Let me tell you about my girl, Carrie! She’s a terrific writer with two published books under her belt, a resilient woman, and a wonderful friend. A caring balance of patience and might is she! And I’m proud she stopped on by The Freelance Dance to share her inspiring story. Enjoy!
As a Christian, I often hear people ask, “How do you know God exists?” You hear all kinds of answers from “He got me through a really tough time” to “He blessed me when I really needed it” to “I just do”. Me? I know God exists because I exist. By medical standards, I’m not supposed to be here.
This Is My Story
“I don’t think she’s going to make it.” the doctors told my parents just after I was born.
These are the bone-chilling, life-draining words no parent ever wants to hear. I arrived on a Thursday in November 1980. Not due until February, around Valentine’s Day, but for some reason, I just couldn’t wait that long. Only 29 weeks along and I weighed 2 lbs, 9 oz. I fit in a tissue box. My Mom heard one cry out of me after I was born and that was it for four-and-a-half months.
The Fight for My Life
I had many complications from my unexpected birth. The first of them was Patent Ductus Arteriosis (PDA). PDA is a congenital heart defect in which the ductus arteriosis (a fetal blood vessel) fails to close after early birth. It results in irregular transmission of blood between the aorta and the pulmonary artery. It was surgically repaired at two days old – leaving a moon-shaped scar on my back.
Brain Swelling, Collapsing Lungs, and Liver Problems
I developed hydrocephalus (water on the brain) due to bleeding, and a shunt was surgically implanted to drain it. I had breathing problems and seizures, which were relieved by the drain. Although, I was on phenobarbital for a year after.
5-6 rounds of collapsed lungs had me on and off a ventilator.
On down the line, I was diagnosed with Biliary Atresia. To combat it, my doctors performed a modified Kasai. In the procedure, a damaged duct outside the liver is removed. It is then replaced with a new drainage system made from a piece of small intestine to form a Y-shaped passageway. This connects to both the liver and intestine which allows the bile to drain properly, correcting the problem.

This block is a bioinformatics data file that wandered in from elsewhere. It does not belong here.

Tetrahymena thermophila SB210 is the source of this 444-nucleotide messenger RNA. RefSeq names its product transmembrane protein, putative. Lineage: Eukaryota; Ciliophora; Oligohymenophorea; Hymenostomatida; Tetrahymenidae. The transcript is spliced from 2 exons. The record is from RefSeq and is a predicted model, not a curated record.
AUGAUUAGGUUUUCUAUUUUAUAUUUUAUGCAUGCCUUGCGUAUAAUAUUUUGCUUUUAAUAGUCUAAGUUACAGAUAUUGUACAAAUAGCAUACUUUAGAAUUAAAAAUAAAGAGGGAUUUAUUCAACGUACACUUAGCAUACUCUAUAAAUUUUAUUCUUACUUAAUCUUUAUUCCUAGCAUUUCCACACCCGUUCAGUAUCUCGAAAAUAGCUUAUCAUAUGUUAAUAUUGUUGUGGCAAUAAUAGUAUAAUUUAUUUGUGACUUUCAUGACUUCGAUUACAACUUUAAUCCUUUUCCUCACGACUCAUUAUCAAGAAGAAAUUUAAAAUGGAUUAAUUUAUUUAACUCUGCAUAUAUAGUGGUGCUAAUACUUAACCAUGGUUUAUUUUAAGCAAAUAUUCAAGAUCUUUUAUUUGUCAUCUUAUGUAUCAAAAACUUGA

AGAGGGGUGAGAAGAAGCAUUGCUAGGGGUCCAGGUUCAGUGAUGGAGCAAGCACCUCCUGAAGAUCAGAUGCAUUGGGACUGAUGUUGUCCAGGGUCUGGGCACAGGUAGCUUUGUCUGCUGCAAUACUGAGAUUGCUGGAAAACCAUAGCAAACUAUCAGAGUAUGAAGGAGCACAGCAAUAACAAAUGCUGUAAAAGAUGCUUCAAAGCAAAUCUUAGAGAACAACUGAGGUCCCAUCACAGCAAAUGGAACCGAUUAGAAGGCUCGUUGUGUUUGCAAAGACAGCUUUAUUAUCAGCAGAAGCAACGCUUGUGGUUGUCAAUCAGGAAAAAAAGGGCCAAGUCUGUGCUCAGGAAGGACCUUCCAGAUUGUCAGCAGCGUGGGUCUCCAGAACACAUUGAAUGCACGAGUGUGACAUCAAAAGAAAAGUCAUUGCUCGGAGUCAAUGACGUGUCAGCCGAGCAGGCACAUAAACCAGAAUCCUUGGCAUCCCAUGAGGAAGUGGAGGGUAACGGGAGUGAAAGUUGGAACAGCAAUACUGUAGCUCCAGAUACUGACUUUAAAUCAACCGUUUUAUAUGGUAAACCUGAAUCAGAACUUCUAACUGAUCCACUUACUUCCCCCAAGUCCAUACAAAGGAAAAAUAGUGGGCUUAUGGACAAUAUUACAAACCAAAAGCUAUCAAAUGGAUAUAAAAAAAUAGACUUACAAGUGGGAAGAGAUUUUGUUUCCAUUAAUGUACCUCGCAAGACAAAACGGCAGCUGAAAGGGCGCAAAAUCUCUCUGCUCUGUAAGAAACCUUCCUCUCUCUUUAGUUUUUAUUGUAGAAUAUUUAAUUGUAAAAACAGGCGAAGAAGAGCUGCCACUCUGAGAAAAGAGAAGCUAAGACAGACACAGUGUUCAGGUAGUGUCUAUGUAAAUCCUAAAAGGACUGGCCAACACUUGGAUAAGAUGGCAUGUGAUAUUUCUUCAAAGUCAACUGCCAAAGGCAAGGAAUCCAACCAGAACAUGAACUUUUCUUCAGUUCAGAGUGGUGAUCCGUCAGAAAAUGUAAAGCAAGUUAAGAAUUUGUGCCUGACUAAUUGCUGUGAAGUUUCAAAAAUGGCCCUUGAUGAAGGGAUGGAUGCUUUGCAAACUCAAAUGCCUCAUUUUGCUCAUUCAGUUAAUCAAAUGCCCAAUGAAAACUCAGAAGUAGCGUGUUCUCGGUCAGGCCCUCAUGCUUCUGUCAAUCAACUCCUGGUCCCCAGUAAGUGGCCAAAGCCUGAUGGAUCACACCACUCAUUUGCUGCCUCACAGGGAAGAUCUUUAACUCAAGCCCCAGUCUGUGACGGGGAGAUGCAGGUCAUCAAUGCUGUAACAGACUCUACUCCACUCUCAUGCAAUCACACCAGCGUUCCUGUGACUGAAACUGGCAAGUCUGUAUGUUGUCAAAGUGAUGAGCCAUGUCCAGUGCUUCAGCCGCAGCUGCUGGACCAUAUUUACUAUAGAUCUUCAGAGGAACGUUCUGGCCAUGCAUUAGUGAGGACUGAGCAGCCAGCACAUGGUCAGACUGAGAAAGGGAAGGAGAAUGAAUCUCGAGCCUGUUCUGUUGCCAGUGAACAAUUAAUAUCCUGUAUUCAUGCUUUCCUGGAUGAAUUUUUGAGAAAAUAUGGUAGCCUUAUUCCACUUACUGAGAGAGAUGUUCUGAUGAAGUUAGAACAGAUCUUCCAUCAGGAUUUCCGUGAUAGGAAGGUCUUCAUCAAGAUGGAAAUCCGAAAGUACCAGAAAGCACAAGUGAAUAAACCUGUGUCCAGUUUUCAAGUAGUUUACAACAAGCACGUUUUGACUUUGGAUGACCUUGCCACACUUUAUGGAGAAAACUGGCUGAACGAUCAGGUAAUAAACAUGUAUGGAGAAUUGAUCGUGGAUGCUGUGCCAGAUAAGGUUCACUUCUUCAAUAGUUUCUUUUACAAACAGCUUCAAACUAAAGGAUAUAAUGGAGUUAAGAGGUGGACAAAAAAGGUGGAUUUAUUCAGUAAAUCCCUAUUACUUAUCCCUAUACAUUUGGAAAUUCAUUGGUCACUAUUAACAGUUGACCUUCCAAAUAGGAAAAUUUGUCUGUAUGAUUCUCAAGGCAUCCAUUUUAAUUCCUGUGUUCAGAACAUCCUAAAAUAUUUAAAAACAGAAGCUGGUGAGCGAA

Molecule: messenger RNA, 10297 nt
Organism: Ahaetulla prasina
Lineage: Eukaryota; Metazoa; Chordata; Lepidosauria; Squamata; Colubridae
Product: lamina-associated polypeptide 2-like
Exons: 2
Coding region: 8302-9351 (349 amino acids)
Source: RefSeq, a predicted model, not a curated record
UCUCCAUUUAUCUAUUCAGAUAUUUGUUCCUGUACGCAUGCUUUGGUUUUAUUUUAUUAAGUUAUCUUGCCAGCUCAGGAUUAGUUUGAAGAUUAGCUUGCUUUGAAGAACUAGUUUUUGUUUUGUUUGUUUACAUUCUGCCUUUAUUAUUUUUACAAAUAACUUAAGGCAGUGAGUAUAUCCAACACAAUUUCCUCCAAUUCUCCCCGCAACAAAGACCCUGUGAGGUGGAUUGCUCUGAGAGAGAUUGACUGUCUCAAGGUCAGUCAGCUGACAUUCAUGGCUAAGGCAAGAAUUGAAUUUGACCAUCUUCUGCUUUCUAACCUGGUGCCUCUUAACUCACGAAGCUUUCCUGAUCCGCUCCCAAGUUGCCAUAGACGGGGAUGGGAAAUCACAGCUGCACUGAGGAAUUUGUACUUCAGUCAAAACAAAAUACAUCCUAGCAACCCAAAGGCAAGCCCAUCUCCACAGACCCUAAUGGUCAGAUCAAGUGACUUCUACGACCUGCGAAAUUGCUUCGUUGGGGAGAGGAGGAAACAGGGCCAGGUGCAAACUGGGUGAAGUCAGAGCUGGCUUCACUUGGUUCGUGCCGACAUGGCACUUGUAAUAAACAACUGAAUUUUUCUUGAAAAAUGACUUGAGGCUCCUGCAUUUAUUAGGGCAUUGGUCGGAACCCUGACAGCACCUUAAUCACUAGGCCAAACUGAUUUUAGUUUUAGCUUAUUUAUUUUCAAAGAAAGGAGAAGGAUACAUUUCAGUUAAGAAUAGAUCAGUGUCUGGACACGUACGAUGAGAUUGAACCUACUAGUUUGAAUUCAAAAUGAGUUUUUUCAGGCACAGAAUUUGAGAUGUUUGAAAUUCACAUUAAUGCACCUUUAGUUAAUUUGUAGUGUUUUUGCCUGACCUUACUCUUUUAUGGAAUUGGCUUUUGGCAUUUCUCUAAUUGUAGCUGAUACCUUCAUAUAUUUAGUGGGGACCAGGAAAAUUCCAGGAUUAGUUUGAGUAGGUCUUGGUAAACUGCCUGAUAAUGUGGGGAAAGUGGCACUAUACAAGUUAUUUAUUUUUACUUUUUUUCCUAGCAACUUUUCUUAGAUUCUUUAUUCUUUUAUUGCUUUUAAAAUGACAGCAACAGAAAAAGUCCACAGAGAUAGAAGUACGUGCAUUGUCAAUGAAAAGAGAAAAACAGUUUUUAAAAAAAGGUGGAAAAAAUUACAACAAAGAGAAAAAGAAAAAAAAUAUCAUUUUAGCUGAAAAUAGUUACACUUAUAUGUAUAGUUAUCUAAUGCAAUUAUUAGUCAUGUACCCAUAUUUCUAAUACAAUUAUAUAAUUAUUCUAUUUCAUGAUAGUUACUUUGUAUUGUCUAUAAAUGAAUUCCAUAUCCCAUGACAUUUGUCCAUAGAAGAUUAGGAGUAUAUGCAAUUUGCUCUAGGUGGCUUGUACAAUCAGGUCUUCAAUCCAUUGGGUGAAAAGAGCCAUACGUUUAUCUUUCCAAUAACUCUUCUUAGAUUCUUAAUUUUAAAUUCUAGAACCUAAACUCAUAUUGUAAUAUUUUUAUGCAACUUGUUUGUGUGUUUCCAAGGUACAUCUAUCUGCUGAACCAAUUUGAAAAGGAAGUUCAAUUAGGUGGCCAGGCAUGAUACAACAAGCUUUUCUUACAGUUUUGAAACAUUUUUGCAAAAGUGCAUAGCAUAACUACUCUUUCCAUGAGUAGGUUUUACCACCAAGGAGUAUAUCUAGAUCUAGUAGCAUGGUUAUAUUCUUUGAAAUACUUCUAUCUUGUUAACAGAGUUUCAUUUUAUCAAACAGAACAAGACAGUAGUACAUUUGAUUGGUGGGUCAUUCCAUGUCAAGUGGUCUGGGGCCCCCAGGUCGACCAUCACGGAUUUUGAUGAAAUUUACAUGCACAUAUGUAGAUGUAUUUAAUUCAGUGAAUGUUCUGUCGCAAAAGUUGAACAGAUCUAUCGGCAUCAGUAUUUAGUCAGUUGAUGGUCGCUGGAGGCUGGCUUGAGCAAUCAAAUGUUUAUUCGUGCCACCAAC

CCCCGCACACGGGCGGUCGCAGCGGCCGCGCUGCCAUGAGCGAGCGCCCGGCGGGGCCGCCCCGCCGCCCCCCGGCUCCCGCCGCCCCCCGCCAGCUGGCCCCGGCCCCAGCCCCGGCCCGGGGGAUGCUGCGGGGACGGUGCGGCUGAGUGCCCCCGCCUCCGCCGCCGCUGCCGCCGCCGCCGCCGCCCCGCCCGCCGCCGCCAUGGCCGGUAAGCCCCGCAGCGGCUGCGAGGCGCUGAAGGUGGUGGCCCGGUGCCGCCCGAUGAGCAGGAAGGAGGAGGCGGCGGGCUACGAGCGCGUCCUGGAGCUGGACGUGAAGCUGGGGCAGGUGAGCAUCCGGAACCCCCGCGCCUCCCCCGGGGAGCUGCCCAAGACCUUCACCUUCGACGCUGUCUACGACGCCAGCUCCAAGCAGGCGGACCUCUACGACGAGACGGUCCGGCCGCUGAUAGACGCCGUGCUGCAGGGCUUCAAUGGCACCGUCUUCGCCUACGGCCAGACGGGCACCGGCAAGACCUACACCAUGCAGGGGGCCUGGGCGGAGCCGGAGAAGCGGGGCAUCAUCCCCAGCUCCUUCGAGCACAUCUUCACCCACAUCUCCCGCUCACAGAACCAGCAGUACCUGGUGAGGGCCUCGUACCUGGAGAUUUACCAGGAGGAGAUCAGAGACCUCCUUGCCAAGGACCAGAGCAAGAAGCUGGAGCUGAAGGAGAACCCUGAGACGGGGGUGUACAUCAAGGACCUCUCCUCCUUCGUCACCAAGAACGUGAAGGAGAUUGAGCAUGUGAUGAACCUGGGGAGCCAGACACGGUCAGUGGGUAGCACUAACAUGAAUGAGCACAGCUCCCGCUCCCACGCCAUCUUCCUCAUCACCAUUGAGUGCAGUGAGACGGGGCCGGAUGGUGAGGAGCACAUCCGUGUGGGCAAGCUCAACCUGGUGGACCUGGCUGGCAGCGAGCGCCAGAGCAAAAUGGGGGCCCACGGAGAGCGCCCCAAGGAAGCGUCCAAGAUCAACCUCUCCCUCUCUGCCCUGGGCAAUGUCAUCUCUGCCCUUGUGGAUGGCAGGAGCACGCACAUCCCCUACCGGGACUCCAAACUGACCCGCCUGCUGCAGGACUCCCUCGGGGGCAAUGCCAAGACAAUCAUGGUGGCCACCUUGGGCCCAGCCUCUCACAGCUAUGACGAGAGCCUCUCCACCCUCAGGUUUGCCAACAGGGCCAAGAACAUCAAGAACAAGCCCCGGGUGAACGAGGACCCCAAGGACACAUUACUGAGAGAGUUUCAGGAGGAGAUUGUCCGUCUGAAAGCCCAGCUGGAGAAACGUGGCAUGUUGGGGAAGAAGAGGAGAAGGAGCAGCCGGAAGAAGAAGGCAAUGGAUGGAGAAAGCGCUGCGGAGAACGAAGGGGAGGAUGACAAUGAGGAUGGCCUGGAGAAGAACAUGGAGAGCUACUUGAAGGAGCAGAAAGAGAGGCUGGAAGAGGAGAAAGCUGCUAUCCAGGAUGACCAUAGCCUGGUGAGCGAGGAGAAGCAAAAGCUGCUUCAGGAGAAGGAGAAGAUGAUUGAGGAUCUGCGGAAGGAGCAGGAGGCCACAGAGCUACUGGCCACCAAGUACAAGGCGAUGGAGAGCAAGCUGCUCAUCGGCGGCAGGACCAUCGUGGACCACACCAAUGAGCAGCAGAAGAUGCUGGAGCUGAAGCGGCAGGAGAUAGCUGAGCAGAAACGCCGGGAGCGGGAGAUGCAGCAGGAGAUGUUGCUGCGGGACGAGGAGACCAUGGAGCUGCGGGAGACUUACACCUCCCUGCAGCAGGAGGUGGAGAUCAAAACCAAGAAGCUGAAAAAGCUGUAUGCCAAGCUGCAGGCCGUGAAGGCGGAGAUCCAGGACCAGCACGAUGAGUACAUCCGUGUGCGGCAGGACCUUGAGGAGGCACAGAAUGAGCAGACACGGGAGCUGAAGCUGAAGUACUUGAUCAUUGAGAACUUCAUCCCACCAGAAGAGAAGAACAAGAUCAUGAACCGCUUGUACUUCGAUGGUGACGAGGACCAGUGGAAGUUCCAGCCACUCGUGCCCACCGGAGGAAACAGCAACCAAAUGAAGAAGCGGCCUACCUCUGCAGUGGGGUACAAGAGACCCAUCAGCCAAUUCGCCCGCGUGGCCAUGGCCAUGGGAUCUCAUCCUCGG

In the modified version they did on me, they took a piece of my liver the size of a dime and connected it to my intestines. I had no bile problems after.
A Double-Edged Sword
As I got older, I had a lazy eye corrected. There were some developmental delays and I underwent lots of therapy to catch up. My Mom said when they tested me for a learning disability, they couldn’t understand how I had scored so high on the Reading and Language Arts portions. It was because I scored low in Math and Science. (I say God compensates for everything.)
I was five when my brother came along, also prematurely. He weighed less than I did and was far worse off. I can still remember going into the NICU and holding his little hand in the palm of mine.
At his funeral, I remember him lying in a casket in his little blue suit. Tragically, my parents have seen the double-edged sword of premature births.
To Parents of Preemies,
Today, I am a happy, healthy 35-year-old woman. Complications no longer linger with me.
If you are reading this and have a premature baby in the hospital, don’t despair. Modern medicine has grown leaps and bounds since 1980, when I was born. Don’t give up hope, and don’t lose faith.
Although all circumstances are different, remember that God is holding your little one in the palm of His hand.
Carrie Lowrance is an author and freelance writer for hire. Her work has been featured on Indebted Mom, Must Love Cats, and Huffington Post. She has also written two books of poetry, Lithium Dreams And Melancholy Sunrise and The Safety Of Objects as well as published her first children’s book, Don’t Eat Your Boogers (You’ll Turn Green). When she isn’t writing she enjoys cooking, baking, reading and spending time with her husband.